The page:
By Gokhan Kurtaran
LONDON (AA) - Market reaction to Turkey's reforms will be "very positive," as they will attract more investors to the country, the chair of UK-based think tank Chatham House told Anadolu Agency on Monday.
Saying that monetary policies in developed countries will support emerging markets in the coming days, particularly after the US Federal Reserve in August shifted to asymmetric targeting higher average inflation, Jim O'Neill said:
"That should be particularly good for countries that are relying on foreign capital inflows like Turkey."
"If Turkey is serious about reforms, this is a great moment for that," he added.
President Recep Tayyip Erdogan on Nov. 13 pointed to a new era of reforms in the economy and judiciary, saying that new steps will raise the standards for democratic rights and freedom.
O'Neill underlined that for an investor seeking high yield, a country set to undergo serious reforms is the best destination to invest in the debt markets of an emerging market.
"I hope that Turkish leadership is serious about reform. Because if it’s so, I think the markets' reactions will be very positive," he said.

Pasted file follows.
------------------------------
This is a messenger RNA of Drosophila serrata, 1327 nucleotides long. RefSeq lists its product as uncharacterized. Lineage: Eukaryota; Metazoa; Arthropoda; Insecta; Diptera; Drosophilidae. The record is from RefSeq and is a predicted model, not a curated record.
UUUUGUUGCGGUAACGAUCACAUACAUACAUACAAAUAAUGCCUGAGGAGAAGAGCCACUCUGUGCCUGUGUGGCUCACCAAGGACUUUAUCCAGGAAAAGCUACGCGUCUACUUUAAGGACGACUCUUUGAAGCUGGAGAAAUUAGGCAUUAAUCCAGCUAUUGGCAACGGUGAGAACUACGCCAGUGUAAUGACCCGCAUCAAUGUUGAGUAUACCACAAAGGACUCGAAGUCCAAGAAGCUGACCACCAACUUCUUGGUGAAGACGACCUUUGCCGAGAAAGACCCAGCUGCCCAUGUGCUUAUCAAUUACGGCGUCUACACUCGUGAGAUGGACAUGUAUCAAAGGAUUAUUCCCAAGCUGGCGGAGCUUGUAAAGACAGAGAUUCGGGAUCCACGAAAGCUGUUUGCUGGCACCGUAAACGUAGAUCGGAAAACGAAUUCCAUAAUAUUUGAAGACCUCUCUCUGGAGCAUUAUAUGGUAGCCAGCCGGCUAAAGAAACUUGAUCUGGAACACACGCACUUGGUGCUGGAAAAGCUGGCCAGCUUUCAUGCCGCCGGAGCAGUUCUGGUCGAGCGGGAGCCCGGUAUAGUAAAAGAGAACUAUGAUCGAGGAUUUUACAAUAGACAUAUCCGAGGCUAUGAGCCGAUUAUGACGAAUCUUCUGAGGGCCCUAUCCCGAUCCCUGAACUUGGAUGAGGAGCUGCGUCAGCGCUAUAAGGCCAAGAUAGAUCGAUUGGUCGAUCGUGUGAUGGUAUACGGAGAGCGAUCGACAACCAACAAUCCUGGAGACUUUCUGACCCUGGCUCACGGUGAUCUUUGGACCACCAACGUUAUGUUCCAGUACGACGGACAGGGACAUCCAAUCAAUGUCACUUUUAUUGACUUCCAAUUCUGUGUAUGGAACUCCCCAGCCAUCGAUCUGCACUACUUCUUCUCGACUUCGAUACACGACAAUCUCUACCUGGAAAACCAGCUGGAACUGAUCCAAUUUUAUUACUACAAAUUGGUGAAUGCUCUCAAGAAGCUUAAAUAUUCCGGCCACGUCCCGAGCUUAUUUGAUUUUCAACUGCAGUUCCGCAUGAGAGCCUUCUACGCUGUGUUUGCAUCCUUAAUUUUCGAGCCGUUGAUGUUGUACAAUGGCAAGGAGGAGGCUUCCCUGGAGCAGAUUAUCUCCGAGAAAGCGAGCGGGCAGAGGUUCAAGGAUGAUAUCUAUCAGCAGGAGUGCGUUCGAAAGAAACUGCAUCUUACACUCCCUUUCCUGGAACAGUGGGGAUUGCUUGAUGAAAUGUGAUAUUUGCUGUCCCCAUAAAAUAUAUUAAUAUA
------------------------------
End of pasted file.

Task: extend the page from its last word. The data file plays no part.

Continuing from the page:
- W spells recovery
O'Neill suggested that Turkey should boost its saving rates and domestic private investment rates to be less dependent on persistently volatile external capital flows.
Turkey can take advantage of the shift in global supply chains shift due to the coronavirus pandemic, O'Neill said, adding: "Because of its geography, Turkey is in such a great position to be a manufacturer for so many parts of the world, particularly Europe. In principle, Turkey is in an extremely strong position in that sense."
Touching on new lockdown measures in big economies, he said a V-shaped recovery in the third quarter lost its momentum, and would likely take the shape of a more complex W instead.
The good news about vaccines in the coming days will be helpful for investment spending, he said, adding: "In 2021 we will definitely get a strong cyclical rebound."
O'Neill stated that China will be the only G20 country posting GDP growth this year.
"And it’s the only one that you can say that with some kind of confidence at the end of 2021, it’s going to be 10% bigger than it was in 2019," he added.